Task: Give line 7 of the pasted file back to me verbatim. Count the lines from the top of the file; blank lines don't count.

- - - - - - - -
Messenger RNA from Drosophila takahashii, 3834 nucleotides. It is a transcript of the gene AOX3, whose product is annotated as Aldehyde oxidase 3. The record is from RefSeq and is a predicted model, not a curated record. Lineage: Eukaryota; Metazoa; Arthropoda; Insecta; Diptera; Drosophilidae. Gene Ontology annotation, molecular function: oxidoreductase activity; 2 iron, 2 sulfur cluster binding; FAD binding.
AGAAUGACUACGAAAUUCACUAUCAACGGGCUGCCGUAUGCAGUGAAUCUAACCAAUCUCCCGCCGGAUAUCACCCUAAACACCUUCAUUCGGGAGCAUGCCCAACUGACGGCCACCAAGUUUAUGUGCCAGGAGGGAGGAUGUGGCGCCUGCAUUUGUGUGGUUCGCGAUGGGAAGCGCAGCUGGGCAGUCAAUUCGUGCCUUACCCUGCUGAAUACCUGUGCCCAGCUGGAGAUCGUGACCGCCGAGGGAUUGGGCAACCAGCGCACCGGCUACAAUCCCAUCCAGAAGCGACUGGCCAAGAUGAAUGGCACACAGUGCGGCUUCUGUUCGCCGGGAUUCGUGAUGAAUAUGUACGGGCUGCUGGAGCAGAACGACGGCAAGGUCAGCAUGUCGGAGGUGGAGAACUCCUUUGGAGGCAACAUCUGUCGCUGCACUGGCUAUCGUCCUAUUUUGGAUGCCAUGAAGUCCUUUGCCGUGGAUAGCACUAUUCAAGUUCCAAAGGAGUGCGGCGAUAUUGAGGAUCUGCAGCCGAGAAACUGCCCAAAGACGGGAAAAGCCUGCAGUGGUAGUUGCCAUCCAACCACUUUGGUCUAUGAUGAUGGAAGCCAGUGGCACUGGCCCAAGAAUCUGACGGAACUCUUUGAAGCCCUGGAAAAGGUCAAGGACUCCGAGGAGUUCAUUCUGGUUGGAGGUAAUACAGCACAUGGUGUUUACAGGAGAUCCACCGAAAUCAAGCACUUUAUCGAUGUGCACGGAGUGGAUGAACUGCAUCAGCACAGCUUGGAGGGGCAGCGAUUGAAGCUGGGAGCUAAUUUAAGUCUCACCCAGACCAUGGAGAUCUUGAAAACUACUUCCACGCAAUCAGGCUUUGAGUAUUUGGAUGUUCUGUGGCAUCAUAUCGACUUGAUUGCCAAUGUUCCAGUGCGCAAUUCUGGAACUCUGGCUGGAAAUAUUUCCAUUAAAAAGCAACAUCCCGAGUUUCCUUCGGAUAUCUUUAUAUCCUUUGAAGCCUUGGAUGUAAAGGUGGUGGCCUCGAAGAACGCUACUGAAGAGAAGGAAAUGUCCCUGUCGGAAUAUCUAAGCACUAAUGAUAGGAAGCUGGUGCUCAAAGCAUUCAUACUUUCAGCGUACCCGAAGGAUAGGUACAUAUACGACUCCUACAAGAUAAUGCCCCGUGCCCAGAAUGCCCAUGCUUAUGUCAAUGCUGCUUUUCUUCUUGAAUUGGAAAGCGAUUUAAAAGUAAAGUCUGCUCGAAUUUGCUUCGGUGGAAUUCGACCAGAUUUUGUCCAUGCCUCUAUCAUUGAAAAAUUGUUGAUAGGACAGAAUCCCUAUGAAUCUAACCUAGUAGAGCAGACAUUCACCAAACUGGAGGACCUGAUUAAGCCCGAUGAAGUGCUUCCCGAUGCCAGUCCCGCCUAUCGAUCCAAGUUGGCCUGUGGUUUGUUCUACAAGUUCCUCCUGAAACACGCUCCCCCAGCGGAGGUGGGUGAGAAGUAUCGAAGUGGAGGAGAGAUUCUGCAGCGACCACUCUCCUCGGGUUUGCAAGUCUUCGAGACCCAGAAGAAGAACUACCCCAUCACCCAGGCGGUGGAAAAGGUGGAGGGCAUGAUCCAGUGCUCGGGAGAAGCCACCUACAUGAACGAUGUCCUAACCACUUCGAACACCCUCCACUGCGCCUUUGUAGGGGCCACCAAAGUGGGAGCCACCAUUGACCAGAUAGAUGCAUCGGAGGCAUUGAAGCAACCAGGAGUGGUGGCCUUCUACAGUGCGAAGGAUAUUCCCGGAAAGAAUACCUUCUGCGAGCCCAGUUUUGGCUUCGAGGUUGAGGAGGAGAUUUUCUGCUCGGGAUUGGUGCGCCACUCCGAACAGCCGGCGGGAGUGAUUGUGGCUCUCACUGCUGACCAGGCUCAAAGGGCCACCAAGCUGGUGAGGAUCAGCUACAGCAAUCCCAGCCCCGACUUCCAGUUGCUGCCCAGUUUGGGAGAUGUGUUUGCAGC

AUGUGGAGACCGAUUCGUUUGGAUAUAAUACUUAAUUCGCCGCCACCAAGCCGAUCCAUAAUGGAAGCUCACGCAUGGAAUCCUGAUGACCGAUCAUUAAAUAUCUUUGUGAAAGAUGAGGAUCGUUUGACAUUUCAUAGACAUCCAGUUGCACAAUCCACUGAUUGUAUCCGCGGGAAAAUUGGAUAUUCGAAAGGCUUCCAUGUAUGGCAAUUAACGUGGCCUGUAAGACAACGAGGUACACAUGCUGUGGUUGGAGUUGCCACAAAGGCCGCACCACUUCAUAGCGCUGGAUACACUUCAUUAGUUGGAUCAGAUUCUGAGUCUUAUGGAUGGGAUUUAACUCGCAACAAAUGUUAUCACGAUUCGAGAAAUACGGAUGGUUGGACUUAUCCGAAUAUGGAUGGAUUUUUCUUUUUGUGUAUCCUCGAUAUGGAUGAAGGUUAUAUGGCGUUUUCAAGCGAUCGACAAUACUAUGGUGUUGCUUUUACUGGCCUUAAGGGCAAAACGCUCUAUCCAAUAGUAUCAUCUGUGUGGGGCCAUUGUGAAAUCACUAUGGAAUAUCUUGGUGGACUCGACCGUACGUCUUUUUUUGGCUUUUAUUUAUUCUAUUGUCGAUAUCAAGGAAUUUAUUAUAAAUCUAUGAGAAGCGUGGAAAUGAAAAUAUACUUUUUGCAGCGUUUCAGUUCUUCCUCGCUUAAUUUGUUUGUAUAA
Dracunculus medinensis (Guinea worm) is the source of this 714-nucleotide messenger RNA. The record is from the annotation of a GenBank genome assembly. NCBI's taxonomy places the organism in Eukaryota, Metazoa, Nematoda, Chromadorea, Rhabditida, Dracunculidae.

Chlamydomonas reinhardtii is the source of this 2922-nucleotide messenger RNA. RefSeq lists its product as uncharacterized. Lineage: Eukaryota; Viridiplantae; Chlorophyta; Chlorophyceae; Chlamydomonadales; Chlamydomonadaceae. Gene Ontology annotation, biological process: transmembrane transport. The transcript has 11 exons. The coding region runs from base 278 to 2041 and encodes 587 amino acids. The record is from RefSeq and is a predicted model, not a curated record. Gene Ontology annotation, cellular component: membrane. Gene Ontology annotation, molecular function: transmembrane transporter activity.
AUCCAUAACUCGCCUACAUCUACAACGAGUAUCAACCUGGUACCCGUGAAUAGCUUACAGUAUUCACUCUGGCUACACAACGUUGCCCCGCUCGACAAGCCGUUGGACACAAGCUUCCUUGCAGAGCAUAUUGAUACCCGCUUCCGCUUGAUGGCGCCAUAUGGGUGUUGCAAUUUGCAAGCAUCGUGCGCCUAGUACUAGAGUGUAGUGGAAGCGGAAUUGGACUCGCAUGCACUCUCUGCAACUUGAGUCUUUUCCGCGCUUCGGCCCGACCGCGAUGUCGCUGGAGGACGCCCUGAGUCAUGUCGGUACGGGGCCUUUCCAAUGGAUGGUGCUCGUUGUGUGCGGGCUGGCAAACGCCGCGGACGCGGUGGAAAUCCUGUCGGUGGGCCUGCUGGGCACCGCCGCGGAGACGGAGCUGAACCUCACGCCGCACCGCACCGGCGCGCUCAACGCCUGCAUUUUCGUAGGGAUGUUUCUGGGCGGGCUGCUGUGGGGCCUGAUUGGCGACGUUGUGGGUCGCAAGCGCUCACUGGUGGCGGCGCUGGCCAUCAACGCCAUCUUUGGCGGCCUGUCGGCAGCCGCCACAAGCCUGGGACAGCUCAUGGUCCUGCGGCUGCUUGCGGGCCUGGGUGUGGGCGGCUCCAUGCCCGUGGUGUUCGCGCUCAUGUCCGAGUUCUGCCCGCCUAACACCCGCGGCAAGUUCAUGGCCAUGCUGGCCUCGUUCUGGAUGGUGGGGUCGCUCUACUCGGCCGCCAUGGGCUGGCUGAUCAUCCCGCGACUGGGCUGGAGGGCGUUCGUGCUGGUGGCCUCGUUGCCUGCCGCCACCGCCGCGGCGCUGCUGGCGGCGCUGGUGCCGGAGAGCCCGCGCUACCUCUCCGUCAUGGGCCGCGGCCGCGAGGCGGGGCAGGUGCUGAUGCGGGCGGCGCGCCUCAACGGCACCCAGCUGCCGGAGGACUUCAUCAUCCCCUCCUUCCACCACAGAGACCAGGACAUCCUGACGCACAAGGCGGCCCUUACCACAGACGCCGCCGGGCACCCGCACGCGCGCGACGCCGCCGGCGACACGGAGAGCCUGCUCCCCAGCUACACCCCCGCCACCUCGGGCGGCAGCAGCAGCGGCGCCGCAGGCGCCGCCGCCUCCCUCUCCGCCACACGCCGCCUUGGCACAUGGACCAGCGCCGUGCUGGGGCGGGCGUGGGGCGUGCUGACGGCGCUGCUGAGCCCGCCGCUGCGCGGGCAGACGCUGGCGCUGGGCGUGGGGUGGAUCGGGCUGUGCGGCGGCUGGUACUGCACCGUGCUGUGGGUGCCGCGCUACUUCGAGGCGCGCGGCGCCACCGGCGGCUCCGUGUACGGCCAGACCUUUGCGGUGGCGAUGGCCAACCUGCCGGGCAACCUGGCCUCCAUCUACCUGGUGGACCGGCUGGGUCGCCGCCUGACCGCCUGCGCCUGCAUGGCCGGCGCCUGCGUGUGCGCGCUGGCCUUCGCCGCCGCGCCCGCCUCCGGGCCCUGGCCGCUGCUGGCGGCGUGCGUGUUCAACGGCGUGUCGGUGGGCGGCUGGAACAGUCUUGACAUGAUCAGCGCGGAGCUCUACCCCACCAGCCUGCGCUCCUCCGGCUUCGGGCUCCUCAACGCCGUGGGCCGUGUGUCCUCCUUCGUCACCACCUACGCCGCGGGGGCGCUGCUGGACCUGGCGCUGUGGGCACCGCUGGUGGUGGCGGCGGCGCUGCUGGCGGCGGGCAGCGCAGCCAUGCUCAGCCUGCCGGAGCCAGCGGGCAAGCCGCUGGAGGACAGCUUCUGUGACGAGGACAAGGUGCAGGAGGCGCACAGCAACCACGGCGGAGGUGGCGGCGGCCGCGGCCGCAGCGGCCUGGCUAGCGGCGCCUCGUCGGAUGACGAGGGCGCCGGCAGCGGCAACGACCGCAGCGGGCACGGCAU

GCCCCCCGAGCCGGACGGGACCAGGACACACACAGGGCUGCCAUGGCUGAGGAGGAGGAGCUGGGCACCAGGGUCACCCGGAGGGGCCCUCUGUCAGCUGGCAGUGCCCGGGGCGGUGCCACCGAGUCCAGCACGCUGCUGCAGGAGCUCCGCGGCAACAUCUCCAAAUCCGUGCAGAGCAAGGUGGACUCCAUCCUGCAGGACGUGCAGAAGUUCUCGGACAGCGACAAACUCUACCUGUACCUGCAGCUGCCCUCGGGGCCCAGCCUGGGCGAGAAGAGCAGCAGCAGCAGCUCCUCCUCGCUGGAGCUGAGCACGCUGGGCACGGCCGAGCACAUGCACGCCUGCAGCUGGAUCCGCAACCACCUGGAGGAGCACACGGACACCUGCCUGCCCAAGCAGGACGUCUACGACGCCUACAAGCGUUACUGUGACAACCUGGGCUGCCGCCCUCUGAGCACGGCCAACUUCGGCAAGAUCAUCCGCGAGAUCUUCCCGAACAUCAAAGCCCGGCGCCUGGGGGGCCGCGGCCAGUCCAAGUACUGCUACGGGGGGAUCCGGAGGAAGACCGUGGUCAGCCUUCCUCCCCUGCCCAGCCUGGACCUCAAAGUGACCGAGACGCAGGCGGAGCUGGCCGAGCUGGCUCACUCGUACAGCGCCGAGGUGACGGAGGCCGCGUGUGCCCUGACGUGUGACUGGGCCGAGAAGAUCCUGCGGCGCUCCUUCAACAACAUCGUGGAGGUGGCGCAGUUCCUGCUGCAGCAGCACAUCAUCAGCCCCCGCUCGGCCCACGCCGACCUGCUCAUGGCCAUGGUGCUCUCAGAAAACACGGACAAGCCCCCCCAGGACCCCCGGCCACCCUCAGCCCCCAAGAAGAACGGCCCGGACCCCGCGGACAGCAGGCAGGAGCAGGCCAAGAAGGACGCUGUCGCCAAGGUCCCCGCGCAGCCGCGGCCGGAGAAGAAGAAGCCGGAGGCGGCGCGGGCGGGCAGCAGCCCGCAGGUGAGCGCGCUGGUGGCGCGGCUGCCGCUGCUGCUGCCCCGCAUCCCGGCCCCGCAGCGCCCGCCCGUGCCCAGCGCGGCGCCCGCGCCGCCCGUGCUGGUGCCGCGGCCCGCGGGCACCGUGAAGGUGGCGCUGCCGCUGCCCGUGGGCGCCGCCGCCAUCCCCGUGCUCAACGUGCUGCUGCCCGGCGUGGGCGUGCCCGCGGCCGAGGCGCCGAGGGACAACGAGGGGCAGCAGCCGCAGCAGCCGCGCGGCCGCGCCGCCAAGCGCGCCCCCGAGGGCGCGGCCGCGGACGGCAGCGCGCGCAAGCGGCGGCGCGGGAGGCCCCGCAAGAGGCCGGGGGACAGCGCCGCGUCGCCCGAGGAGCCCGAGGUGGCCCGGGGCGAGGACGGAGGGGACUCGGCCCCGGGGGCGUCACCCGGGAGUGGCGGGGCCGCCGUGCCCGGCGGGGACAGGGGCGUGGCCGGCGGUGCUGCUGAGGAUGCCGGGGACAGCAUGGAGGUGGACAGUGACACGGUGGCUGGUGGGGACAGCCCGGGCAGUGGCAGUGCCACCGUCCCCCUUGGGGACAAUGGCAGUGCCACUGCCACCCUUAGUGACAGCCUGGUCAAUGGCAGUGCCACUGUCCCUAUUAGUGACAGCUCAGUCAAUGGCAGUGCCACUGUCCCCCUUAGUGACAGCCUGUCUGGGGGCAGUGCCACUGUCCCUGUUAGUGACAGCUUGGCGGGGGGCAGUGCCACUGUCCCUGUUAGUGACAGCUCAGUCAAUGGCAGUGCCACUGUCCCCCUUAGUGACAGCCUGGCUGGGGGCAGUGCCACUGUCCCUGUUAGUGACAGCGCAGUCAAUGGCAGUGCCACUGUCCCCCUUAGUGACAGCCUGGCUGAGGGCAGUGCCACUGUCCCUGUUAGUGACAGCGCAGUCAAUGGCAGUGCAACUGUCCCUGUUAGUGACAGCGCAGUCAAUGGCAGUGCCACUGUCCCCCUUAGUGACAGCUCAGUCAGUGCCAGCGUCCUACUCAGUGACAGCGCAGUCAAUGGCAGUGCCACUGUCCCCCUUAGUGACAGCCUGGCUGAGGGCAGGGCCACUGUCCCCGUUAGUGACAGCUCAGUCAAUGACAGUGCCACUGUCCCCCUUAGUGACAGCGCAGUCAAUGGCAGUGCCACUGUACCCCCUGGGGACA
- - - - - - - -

GCCCCCCGAGCCGGACGGGACCAGGACACACACAGGGCUGCCAUGGCUGAGGAGGAGGAGCUGGGCACCAGGGUCACCCGGAGGGGCCCUCUGUCAGCUGGCAGUGCCCGGGGCGGUGCCACCGAGUCCAGCACGCUGCUGCAGGAGCUCCGCGGCAACAUCUCCAAAUCCGUGCAGAGCAAGGUGGACUCCAUCCUGCAGGACGUGCAGAAGUUCUCGGACAGCGACAAACUCUACCUGUACCUGCAGCUGCCCUCGGGGCCCAGCCUGGGCGAGAAGAGCAGCAGCAGCAGCUCCUCCUCGCUGGAGCUGAGCACGCUGGGCACGGCCGAGCACAUGCACGCCUGCAGCUGGAUCCGCAACCACCUGGAGGAGCACACGGACACCUGCCUGCCCAAGCAGGACGUCUACGACGCCUACAAGCGUUACUGUGACAACCUGGGCUGCCGCCCUCUGAGCACGGCCAACUUCGGCAAGAUCAUCCGCGAGAUCUUCCCGAACAUCAAAGCCCGGCGCCUGGGGGGCCGCGGCCAGUCCAAGUACUGCUACGGGGGGAUCCGGAGGAAGACCGUGGUCAGCCUUCCUCCCCUGCCCAGCCUGGACCUCAAAGUGACCGAGACGCAGGCGGAGCUGGCCGAGCUGGCUCACUCGUACAGCGCCGAGGUGACGGAGGCCGCGUGUGCCCUGACGUGUGACUGGGCCGAGAAGAUCCUGCGGCGCUCCUUCAACAACAUCGUGGAGGUGGCGCAGUUCCUGCUGCAGCAGCACAUCAUCAGCCCCCGCUCGGCCCACGCCGACCUGCUCAUGGCCAUGGUGCUCUCAGAAAACACGGACAAGCCCCCCCAGGACCCCCGGCCACCCUCAGCCCCCAAGAAGAACGGCCCGGACCCCGCGGACAGCAGGCAGGAGCAGGCCAAGAAGGACGCUGUCGCCAAGGUCCCCGCGCAGCCGCGGCCGGAGAAGAAGAAGCCGGAGGCGGCGCGGGCGGGCAGCAGCCCGCAGGUGAGCGCGCUGGUGGCGCGGCUGCCGCUGCUGCUGCCCCGCAUCCCGGCCCCGCAGCGCCCGCCCGUGCCCAGCGCGGCGCCCGCGCCGCCCGUGCUGGUGCCGCGGCCCGCGGGCACCGUGAAGGUGGCGCUGCCGCUGCCCGUGGGCGCCGCCGCCAUCCCCGUGCUCAACGUGCUGCUGCCCGGCGUGGGCGUGCCCGCGGCCGAGGCGCCGAGGGACAACGAGGGGCAGCAGCCGCAGCAGCCGCGCGGCCGCGCCGCCAAGCGCGCCCCCGAGGGCGCGGCCGCGGACGGCAGCGCGCGCAAGCGGCGGCGCGGGAGGCCCCGCAAGAGGCCGGGGGACAGCGCCGCGUCGCCCGAGGAGCCCGAGGUGGCCCGGGGCGAGGACGGAGGGGACUCGGCCCCGGGGGCGUCACCCGGGAGUGGCGGGGCCGCCGUGCCCGGCGGGGACAGGGGCGUGGCCGGCGGUGCUGCUGAGGAUGCCGGGGACAGCAUGGAGGUGGACAGUGACACGGUGGCUGGUGGGGACAGCCCGGGCAGUGGCAGUGCCACCGUCCCCCUUGGGGACAAUGGCAGUGCCACUGCCACCCUUAGUGACAGCCUGGUCAAUGGCAGUGCCACUGUCCCUAUUAGUGACAGCUCAGUCAAUGGCAGUGCCACUGUCCCCCUUAGUGACAGCCUGUCUGGGGGCAGUGCCACUGUCCCUGUUAGUGACAGCUUGGCGGGGGGCAGUGCCACUGUCCCUGUUAGUGACAGCUCAGUCAAUGGCAGUGCCACUGUCCCCCUUAGUGACAGCCUGGCUGGGGGCAGUGCCACUGUCCCUGUUAGUGACAGCGCAGUCAAUGGCAGUGCCACUGUCCCCCUUAGUGACAGCCUGGCUGAGGGCAGUGCCACUGUCCCUGUUAGUGACAGCGCAGUCAAUGGCAGUGCAACUGUCCCUGUUAGUGACAGCGCAGUCAAUGGCAGUGCCACUGUCCCCCUUAGUGACAGCUCAGUCAGUGCCAGCGUCCUACUCAGUGACAGCGCAGUCAAUGGCAGUGCCACUGUCCCCCUUAGUGACAGCCUGGCUGAGGGCAGGGCCACUGUCCCCGUUAGUGACAGCUCAGUCAAUGACAGUGCCACUGUCCCCCUUAGUGACAGCGCAGUCAAUGGCAGUGCCACUGUACCCCCUGGGGACA